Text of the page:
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Pandemic Parenting: How Much are Your Kids Sleeping?

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If you’re like most families in North America, the last few months have been chaotic.  Kids have gone from rigid bedtimes and wakeups to a more freeform schedule.  Without out-of-the-house activities, days seemed to bleed into one another. And, you may have noticed a shift in your children’s sleep schedules. Many parents have found the shift especially pronounced in teens, as they switch to the later bedtimes and later wakeups that are ideal for their age group, instead of the schedule dictated by the schools.  But even younger children may be sleeping more, taking naps, or waking up later.   What can these changes tell you about your children and their sleep health?

Normal Amounts of Sleep by Age

A child’s need for sleep varies with age.  According to the National Sleep Foundation, elementary and middle school children need 9-11 hours of sleep a night, while high school students need 8-10 hours of sleep.  When a child doesn’t get enough sleep, you’ll see behavior issues, attention issues, frequent napping, and, generally worse school performance and a kid who’s harder to parent.

Many parents are realizing that before the lockdown, their kids weren’t getting enough sleep. Without activities or a set wake-up time, some kids are finally getting the recommended amounts, and they’re a lot healthier and more alert.

But what about the other kids? What about kids who are sleeping a lot more than the recommended amounts? Are they just making up for lost time, or should parents be concerned?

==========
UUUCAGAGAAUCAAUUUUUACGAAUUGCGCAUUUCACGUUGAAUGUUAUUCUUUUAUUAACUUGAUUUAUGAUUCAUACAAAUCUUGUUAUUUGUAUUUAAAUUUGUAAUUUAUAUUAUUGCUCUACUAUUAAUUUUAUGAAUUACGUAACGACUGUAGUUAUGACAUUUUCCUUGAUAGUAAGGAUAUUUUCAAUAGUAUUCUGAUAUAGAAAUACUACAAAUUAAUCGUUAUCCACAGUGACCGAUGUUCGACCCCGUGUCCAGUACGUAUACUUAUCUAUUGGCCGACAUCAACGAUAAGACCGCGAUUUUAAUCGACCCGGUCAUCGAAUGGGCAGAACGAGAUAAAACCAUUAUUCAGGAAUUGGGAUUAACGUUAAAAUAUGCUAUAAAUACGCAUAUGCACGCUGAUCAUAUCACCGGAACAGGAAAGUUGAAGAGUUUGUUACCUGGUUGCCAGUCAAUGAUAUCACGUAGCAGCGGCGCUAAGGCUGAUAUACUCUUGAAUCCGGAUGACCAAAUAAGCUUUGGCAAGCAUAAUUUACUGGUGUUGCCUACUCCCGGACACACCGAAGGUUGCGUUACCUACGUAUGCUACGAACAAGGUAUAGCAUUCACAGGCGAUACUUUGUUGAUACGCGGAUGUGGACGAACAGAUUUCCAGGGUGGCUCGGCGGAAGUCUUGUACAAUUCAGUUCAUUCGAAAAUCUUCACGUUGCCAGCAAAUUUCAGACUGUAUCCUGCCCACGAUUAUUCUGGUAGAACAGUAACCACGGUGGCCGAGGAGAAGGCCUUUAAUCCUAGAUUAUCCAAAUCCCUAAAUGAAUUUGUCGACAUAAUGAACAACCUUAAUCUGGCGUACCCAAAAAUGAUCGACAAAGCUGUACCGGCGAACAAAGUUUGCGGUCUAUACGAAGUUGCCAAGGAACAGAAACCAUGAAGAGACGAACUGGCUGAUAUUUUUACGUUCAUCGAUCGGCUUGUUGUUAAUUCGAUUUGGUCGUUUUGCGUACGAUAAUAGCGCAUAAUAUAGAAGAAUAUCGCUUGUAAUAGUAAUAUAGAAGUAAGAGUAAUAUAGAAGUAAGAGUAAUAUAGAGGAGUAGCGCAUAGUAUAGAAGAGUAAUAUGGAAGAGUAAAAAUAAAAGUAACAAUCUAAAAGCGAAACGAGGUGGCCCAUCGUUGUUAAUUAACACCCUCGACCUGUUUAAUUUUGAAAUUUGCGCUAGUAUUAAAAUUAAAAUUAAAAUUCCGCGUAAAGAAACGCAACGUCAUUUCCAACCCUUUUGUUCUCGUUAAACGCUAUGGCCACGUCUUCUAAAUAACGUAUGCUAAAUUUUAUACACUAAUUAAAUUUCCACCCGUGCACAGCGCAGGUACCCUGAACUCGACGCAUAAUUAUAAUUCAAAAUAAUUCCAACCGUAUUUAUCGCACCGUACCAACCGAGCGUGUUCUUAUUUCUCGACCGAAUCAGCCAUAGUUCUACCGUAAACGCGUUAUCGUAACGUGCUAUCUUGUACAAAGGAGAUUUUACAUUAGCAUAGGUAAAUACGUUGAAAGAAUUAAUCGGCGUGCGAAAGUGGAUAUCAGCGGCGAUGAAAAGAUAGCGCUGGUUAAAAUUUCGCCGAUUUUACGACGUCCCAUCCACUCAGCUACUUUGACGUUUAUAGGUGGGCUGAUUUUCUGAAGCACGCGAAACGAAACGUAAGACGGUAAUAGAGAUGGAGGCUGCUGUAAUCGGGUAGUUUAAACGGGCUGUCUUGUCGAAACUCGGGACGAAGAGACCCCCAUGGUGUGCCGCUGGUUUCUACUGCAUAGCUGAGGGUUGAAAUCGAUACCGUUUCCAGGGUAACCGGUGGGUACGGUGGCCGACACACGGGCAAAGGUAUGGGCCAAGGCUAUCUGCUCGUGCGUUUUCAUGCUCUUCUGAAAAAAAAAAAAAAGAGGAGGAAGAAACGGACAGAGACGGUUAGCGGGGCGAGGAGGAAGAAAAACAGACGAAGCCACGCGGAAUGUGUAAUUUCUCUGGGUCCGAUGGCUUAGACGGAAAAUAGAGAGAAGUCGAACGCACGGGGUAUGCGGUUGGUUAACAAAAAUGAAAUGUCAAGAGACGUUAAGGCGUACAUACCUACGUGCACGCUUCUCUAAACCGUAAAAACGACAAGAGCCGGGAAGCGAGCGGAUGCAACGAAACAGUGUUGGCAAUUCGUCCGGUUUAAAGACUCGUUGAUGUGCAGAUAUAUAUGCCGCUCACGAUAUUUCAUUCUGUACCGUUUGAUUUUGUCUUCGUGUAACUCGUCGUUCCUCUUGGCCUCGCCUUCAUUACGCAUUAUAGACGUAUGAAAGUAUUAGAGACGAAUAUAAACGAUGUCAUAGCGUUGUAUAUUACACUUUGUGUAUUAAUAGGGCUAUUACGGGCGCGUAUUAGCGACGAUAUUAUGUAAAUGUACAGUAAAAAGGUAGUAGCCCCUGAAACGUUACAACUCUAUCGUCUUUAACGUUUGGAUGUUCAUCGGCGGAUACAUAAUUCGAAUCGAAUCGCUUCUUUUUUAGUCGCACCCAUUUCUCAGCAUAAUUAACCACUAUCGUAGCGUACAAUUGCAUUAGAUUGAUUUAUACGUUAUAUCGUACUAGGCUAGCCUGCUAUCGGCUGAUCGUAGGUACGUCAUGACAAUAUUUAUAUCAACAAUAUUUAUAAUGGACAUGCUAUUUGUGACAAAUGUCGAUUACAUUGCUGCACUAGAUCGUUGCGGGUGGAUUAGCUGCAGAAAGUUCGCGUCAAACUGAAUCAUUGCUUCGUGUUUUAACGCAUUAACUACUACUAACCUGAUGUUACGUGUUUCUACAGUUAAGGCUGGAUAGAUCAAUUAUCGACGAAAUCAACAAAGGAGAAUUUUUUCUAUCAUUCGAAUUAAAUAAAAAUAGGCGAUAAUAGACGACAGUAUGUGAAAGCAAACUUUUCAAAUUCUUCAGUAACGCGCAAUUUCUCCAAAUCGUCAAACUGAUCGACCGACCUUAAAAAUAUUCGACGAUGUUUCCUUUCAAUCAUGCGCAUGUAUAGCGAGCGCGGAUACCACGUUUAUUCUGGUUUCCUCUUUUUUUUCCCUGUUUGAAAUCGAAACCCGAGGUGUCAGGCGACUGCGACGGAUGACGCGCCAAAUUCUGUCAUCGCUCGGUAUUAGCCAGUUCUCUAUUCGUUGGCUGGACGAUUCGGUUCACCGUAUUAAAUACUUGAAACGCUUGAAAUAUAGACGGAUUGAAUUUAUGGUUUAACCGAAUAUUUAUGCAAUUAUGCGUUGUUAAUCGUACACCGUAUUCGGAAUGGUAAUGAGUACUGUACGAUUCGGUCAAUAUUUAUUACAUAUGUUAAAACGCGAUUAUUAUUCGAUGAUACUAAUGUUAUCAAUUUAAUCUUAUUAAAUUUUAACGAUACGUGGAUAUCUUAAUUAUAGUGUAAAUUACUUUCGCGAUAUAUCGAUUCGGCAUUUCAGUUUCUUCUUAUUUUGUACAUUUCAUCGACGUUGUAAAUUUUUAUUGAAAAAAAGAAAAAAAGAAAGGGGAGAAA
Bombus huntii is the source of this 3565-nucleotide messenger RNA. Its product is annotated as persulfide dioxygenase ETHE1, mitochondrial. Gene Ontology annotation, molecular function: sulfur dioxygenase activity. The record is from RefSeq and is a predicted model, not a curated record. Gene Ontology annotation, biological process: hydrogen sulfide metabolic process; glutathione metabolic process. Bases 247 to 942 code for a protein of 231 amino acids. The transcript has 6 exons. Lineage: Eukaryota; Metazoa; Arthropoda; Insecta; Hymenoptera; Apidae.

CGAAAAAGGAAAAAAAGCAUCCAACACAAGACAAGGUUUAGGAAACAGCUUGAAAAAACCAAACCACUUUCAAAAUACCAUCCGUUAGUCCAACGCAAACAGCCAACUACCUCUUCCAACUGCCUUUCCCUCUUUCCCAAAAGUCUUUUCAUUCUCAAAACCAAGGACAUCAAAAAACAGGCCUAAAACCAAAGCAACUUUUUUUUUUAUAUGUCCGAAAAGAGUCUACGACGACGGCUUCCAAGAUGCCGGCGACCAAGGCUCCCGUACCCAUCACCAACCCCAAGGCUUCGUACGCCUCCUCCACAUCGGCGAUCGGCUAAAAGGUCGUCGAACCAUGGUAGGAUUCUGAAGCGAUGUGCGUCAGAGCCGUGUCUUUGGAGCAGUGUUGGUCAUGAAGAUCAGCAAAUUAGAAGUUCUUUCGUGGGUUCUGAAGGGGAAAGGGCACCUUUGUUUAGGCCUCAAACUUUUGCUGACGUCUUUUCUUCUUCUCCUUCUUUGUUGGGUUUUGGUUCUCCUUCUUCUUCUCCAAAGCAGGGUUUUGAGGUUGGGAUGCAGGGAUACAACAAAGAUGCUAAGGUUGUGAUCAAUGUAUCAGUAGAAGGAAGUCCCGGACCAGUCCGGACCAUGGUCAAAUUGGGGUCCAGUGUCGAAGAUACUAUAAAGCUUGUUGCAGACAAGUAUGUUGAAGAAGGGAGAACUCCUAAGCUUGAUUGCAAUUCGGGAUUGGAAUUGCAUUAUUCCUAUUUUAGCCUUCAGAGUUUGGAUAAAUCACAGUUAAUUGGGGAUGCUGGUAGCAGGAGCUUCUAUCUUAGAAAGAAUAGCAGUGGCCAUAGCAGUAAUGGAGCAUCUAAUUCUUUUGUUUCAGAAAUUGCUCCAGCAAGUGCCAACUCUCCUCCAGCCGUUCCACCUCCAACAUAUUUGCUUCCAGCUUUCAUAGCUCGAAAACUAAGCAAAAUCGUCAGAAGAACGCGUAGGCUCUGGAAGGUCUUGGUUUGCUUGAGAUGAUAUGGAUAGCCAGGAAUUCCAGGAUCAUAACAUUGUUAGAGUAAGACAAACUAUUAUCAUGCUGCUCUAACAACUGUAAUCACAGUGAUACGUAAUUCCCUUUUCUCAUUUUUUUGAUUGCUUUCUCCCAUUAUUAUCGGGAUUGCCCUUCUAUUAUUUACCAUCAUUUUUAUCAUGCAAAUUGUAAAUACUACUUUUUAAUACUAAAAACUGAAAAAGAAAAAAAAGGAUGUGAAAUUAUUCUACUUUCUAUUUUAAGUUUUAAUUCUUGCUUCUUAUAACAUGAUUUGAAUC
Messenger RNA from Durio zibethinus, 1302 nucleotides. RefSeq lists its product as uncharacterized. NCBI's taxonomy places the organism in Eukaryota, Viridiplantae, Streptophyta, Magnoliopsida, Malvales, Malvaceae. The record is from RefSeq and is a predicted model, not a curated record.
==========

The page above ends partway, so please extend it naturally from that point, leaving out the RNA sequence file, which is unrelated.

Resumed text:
Possible Causes of Too Much Sleeping

There are several reasons why a child might be sleeping too much during the COVID-19 lockdown:

  • Lack of exercise. Lack of exercise can actually make children feel tired and drained.  If your child hasn't been getting out of the house, take advantage of the good weather and help them get active.
  • Anxiety and Disrupted Sleep.  Many kids aren't sleeping through the night anymore. The pandemic has been scary for them, and they may be having nightmares or waking up in the middle of the night unable to fall back asleep.  While it's hard, try to find ways to make the current experience as pleasant as possible and to give them a healthy bedtime routine. If their anxiety seems out of control, consider arranging an appointment with their doctor to discuss treatment and therapy.
  • Depression, especially in teens.  Teens have been hit especially hard by the pandemic. This is a time of life when separating from parents, building their own identity, and peer relationships are very important, yet suddenly they’re stuck at home with no human contact and no end in sight. Some kids deal with this by staying in bed and sleeping for excessive amounts of time.  If you have concerns that your child or teen has become depressed, make an appointment with your primary care provider to discuss safe options.
  • Sleep Breathing Issues.  If your children are sleeping for long hours but seem better rested than during the school year, they may suffer from sleep-disordered breathing.  When a child can't breathe well at night, they have frequent microarousals where they wake up just enough to disrupt the sleep cycle but not enough to remember waking up.

    These kids need more time in bed to feel well-rested because they’re not getting high-quality sleep.  If you suspect your child might have sleep breathing issues, either their pediatrician or pediatric dentist can screen them at their next appointment.  Identifying and treating these issues now will give your kids a fresh start when schools reopen.